Examples of compositions of the Co—Ni—Cr alloys include (1) 40 wt % Co—22 wt % Ni—25 wt % Cr—2 wt % Mn—0.17 wt % C—0.03 wt % Be—Fe (balance), (2) 40 wt % Co—15 wt % Ni—20 wt % Cr—2 wt % Mn—7 wt % Mo—0.15 wt % C—0.03 wt % Be—Fe (balance), (3) 42 wt % Co—13 wt % Ni—20 wt % Cr—1.6 wt % Mn—2 wt % Mo—2.8 wt % W—0.2 wt % C—0.04 wt % Be—Fe (balance), (4) 45 wt % Co—21 wt % Ni—18 wt % Cr—1 wt % Mn—4 wt % Mo—1 wt % Ti—0.02 wt % C—0.3 wt % Be—Fe (balance), and (5) 34 wt % Co—21 wt % Ni—14 wt % Cr—0.5 wt % Mn—6 wt % Mo—2.5 wt % Nb—0.5 wt % Ta—Fe (balance). The wording “Co—Ni—Cr alloy” used herein is the conception including these Co—Ni—Cr alloys.

If a stainless steel is used as the material for forming the second wire 3, the pushability and torque transmission performance can be further enhanced.

The first wire 2 and the second wire 3 may be made from different alloys, and particularly, the first wire 2 is preferably made from a material having an elastic modulus smaller than that of the material of the second wire 3. With this configuration, the distal end portion of the guide wire 1 has a high flexibility, and the proximal end portion of the guide wire 1 has a high rigidity (flexural rigidity, torsional rigidity). As a result, the guide wire 1 has a high pushability and a high torque transmission performance, thereby enhancing the operationality, and also exhibits, on the distal side, a high flexibility and a high restoring performance, thereby improving trackability and safety to a blood vessel.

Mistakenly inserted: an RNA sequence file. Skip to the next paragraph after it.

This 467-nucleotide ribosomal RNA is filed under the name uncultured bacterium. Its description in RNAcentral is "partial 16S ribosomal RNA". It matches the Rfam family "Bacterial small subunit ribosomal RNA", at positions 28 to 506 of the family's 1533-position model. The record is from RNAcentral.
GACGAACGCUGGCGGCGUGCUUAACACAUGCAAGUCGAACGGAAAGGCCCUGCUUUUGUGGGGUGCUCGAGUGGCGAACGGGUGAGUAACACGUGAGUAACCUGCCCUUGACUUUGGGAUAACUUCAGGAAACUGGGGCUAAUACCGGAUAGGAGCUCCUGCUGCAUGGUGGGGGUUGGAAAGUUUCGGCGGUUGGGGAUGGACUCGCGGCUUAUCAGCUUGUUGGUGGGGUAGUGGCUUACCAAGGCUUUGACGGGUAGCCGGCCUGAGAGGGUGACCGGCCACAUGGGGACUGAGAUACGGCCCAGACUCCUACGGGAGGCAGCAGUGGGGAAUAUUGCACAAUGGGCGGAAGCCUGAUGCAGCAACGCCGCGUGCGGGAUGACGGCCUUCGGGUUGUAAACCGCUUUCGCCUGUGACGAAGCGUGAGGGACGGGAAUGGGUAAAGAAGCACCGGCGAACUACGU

As one preferred combination of materials of the first wire 2 and the second wire 3, the first wire 2 is made from a superelastic alloy and the second wire 3 is made from a Co—Ni—Cr alloy or a stainless steel. With this configuration, the above-described effects become more significant.

In the configuration shown FIG. 1, the second wire 3 has a nearly constant outer diameter over the entire length; however, the second wire 3 may have portions with outer diameters changed in the longitudinal direction.

From the viewpoint of enhancing the flexibility and restoring performance of the distal end portion of the first wire 2, it is preferred to use a Ni—Ti alloy as the superelastic alloy for forming the first wire 2.

The coil 4 is a member formed by spirally winding a wire, especially fine filamentous wire, and is provided so as to cover the distal end portion of the first wire 2. In the configuration shown in FIG. 1, the distal end portion of the first wire 2 is disposed in an approximately axially center portion of the coil 4 in such a manner as to be not in contact with the inner surface of the coil 4. In addition, the welded portion 4 is located on the proximal side from the proximal end of the coil 4.

It is to be noted that in the configuration shown in FIG. 1, the coil 4 is loosely disposed in such a manner that a slight gap remains between adjacent spirally wound wire portions in a state that no external force is applied to the coil 4; however, the coil 4 may be tightly disposed in such a manner that no gap remains between the adjacent spirally wound wire portions in a state that no external force is applied to the coil 4.